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Friday, June 22, 2012

Women, Stop Oppressing Yourselves!

Being a mother isn't a real job -- and the men who run the world know it.

I really like The Atlantic. I feel like it publishes thoughtful, interesting articles on areas that interest me. Which is why when I read Elizabeth Wurtzel's piece "1% Wives Are Helping Kill Feminism and Make the War on Women Possible," I cringed. Because she's not just talking about one-percent wives. She's talking about any woman who chooses to stay home. Or doesn't she think I can read?

Wurtzel's point is that feminism is a movement meant to get women into the work force, and that anything else is not only against that aim, it's also stupid.

In the first paragraph, she says, "Who can possibly take feminism seriously when it allows everything, as long as women choose it? The whole point to begin with was that women were losing their minds pushing mops and strollers all day without a room or a salary of their own."

Okay, so at least we know right off the bat that she's missing "the whole point," since "the whole point" of the feminist movement is to give women the freedom to make their own decisions about their own lives. Some women decided that they were losing their minds pushing mops and strollers all day, and went to work. Hurray! That's awesome! That doesn't mean that those who chose otherwise are wrong or against feminism.

If Wurtzel's stringent definition of "choice" were to be applied to abortion, this is what it would look like: Who can possibly take pro-choice seriously when it allows for everything, as long as women choose it. The whole point to begin with was that women were losing their minds pushing out babies with out a room or a salary of their own."

Just like pro-choice doesn't mean every woman who supports it must have abortions, feminism doesn't mean every woman who supports it has to work. It's her choice.

"Let's please be serious grown-ups," she says, "real feminists don't depend on men. Real feminists earn a living, have money and means of their own.

Funny, last time I checked, serious grown ups were able to respect the choices of others without condescension.

Oh, and speaking of condescension, here's a tip: In an article that's purportedly pro-feminism don't ever say this. "Men know better." That's game over, right there. Opinion invalidated, point missed.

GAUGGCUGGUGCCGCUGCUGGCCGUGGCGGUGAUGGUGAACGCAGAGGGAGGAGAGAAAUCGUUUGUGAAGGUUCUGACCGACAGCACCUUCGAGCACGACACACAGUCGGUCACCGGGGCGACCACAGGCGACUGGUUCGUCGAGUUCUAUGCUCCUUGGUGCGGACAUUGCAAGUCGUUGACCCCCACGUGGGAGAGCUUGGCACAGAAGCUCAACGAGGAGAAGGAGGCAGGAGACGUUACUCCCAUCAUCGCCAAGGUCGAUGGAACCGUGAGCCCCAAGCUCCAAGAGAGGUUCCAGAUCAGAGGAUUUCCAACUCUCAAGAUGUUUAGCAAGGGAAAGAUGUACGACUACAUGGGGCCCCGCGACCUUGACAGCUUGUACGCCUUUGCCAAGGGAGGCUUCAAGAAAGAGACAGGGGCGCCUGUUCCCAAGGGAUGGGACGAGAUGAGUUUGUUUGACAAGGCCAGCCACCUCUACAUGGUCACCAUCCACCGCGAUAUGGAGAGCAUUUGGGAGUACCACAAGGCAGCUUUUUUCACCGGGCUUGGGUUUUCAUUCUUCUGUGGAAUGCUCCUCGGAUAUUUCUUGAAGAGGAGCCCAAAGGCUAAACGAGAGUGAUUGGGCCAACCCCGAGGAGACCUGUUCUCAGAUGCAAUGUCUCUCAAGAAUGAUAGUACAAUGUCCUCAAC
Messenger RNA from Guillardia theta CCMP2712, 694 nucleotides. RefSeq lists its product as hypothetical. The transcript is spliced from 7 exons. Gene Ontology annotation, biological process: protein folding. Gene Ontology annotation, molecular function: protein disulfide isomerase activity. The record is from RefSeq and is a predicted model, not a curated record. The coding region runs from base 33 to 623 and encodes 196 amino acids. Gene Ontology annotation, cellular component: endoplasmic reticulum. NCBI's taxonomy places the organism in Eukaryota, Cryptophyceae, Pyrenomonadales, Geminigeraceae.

Wurtzel goes on to say, "If you can't pay your own rent, you are not an adult. You are a dependent."

Again, I must disagree. If this were even remotely true, it would mean that 10 years ago when I was getting black out drunk and partying every night, I was a real adult. And now that I'm responsible for two other human beings, and I'm not ruining my body and making bad decisions, I'm back to being a child.

Being an adult boils down to responsibility, not money.

On top of this, even getting married is considered weakness in Wurtzel's world.

"When it's come up, I have chosen not to get married. Over and over again, I have opted for my integrity and independence over what was easy or obvious. And I am happy. I don't want everyone to live like me, but I do expect educated and able-bodied women to be holding their own in the world of work"

I'll just be over here, staying at home, and wondering how marriage is easy and obvious. I'll also tackle how being single is tied in any way to my integrity or independence. This might take me a week or two. After all, I'm just a feeble-minded wife. And privileged. And apparently living in an awesome city.

"To be a stay-at-home mom is a privilege, and most of the housewives I have ever met -- none of whom do anything around the house -- live in New York City and Los Angeles, far from Peoria. Only in these major metropolises are there the kinds of jobs in finance and entertainment that allow for a family to live luxe on a single income."

I would like to introduce Ms. Wurtzel Hi, I'm Darlena Cunha. I live in Gainesville, Florida. I am a stay at home mom because the money I would earn for work in my field would not cover the cost of child care for twins. It's nice to meet you.

 And here's where my thoughtful disagreements end. At the risk of weakening this piece, I have one more response. To this statement:

"...being a mother isn't really work. Yes, of course, it's something -- actually, it's something almost every woman at some time does, some brilliantly and some brutishly and most in the boring middle of making okay meals and decent kid conversation. But let's face it: It is not a selective position. A job that anyone can have is not a job, it's a part of life, no matter how important people insist it is (all the insisting is itself overcompensation) ...Which is to say, something becomes a job when you are paid for it -- and until then, it's just a part of life."

I would like to say, please, go eff yourself. You are the problem, not me. You are the well-educated, highly paid lawyer who just wrote a 1,000-word article shaming women for their choices.